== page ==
Chemistry Major Degree Requirements
The Chemistry Department offers a flexible curriculum for those who wish to acquire a knowledge of chemistry within the environment of a liberal arts college.
Ten 1-semester courses are required for the Major in Chemistry plus five co-requisites from other departments. The ten 1-semester courses amount to 37 credits, and the co-requisite courses amount to 22 credits. Students who wish to prepare for graduate school in Chemistry should seek the advice of a department faculty member.
|CHEM1109-1110 General Chemistry I-II (6 credits)
CHEM1111-1112 General Chemistry Laboratory I-II (2 credits)
|CHEM1117-1118 Honors Modern Chemistry I-II (6 credits)
CHEM1119-1120 Honors Modern Chemistry Laboratory I-II (6 credits)
|CHEM2231-2232 Organic Chemistry I-II (6 credits)
CHEM2233-2234 Organic Chemistry Laboratory I-II (2 credits)
|CHEM2241-2242 Honors Organic Chemistry I-II (6 credits)
CHEM2243 Honors Organic Chemistry Laboratory (1 credit)
CHEM2234 Organic Chemistry Laboratory II (1 credit)
|CHEM3322 Introduction to Inorganic Chemistry (3 credits)
CHEM3324 Inorganic Chemistry Laboratory (1 credit)
|CHEM3351 Analytical Chemistry (4 credits)
CHEM3353 Analytical Chemistry Laboratory (0 credits)
|CHEM4465 Introduction to Biochemistry (3 credits)|
|CHEM4475-4476 Physical Chemistry I-II (6 credits)|
|CHEM5552 Advanced Methods in Chemistry I (4 credits)
CHEM5554 Advanced Methods in Chemistry Laboratory I (0 credits)
The co-requisites are:
|MATH1102-1103 Calculus for Math/Science Majors I-II* (8 credits)|
|MATH2202 or MATH2203 Multivariable Calculus (4 credits)|
|PHYS2100-2101 or PHYS2200-2201 Introductory Physics I-II (8 credits)**
PHYS2050-2051 Introductory Physics Laboratory I-II (2 credits)
*Other options exist that will satisfy the Calculus requirement. See advisor.
**See Physics Advice for more information.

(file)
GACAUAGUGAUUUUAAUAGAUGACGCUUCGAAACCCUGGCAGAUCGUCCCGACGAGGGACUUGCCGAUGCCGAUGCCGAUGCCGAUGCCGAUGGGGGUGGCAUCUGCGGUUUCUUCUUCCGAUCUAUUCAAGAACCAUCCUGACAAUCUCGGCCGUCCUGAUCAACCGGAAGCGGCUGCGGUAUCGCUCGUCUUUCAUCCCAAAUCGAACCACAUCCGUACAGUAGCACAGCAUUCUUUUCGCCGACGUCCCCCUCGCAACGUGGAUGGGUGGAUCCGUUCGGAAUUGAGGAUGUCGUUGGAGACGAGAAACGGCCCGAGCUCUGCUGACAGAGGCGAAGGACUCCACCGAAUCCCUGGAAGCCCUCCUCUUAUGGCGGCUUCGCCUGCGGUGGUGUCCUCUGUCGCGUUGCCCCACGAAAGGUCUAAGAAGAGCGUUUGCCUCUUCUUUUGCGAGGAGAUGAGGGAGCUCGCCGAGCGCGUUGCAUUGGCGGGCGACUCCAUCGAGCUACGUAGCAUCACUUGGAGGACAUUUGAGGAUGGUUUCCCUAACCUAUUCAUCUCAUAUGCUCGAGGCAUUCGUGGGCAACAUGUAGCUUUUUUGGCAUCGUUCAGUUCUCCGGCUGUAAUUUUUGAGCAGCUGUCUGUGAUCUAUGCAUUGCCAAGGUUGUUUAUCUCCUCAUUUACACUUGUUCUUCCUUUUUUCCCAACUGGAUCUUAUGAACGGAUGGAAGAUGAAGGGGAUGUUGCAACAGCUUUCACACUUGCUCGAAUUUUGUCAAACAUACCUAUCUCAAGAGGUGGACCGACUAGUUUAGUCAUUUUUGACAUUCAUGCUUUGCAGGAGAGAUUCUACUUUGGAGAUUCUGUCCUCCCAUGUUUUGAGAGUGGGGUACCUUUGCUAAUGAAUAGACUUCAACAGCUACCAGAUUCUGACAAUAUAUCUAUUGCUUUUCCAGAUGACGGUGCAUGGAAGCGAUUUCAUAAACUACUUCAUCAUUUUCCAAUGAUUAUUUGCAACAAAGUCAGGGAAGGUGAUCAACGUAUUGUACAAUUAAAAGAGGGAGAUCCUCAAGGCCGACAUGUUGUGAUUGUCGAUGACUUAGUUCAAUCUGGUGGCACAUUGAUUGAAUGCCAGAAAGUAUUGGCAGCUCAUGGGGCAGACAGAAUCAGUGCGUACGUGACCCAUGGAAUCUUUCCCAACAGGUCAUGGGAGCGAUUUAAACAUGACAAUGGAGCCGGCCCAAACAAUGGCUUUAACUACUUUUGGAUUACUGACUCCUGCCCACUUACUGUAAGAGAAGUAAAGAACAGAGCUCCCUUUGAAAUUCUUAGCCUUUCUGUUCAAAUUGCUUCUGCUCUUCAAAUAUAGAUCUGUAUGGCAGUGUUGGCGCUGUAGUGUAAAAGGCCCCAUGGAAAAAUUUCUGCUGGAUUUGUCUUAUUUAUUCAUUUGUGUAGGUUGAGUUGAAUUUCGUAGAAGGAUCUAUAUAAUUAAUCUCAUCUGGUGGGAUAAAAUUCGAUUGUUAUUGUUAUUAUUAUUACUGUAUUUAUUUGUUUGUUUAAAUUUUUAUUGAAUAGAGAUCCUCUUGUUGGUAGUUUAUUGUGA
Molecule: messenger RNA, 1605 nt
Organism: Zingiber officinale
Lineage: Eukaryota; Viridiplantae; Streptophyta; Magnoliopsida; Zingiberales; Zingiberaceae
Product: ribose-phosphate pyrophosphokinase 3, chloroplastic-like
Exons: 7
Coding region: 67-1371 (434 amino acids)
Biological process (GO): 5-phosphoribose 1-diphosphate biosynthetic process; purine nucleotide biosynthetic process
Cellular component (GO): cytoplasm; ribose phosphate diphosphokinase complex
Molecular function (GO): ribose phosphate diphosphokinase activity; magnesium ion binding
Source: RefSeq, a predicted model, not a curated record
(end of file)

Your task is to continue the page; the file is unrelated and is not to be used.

If you have questions about the Chemistry major, please call Prof. Lynne O'Connell, Merkert Center 111, x 2-3626, email@example.com. See below for suggested sequences of courses.
The preceding fulfills the Boston College requirements for a B.S. degree in chemistry. For this degree to be also certified by the American Chemical Society, two additional chemistry laboratory electives are required, usually CHEM5591-5592, Undergraduate Chemical Research.
The department strongly recommends that students take additional advanced chemistry electives (courses numbered CHEM5500 or higher).
Students are also strongly urged to engage in a research project under the direction of a faculty member, particularly if the student is planning to attend graduate school. Juniors who show exceptional ability may engage in an independent research project and receive academic credit by registering for CHEM4491-4492, Introduction to Undergraduate Research I and II. Students who wish to pursue research in their senior year should register for CHEM5591-5592, Undergraduate Chemical Research. Students who intend to complete a Scholar of the College thesis should register for CHEM5595-5596, Advanced Research in Chemistry I and II. Consult a faculty advisor concerning these research options. See also Undergraduate Research.
The links below display examples of course sequences for chemistry majors. These are just examples. Consult with your faculty advisor to find the best program for you.
For additional information, contact Professor Lynne O'Connell, Merkert 111, ext. 2-3626, firstname.lastname@example.org.
Chemistry majors may fulfill the physics requirement by taking either PHYS2100-2101 or PHYS2200-2201. Students should consult with their advisor about which course is most appropriate.
- PHYS2100-2101 is intended for students who are studying life sciences (Biology and Psychology majors, students in the Pre-Med track, etc.). Typically, two large sections are offered with about 150 students in each.
- PHYS2200-2201 is intended for students who are studying physical sciences or math (Physics, Math, Computer Science majors, etc.). Typically, one small section is offered with about 50-60 students. This sequence covers the same topics as PHYS2100-2101 but with more mathematical rigor.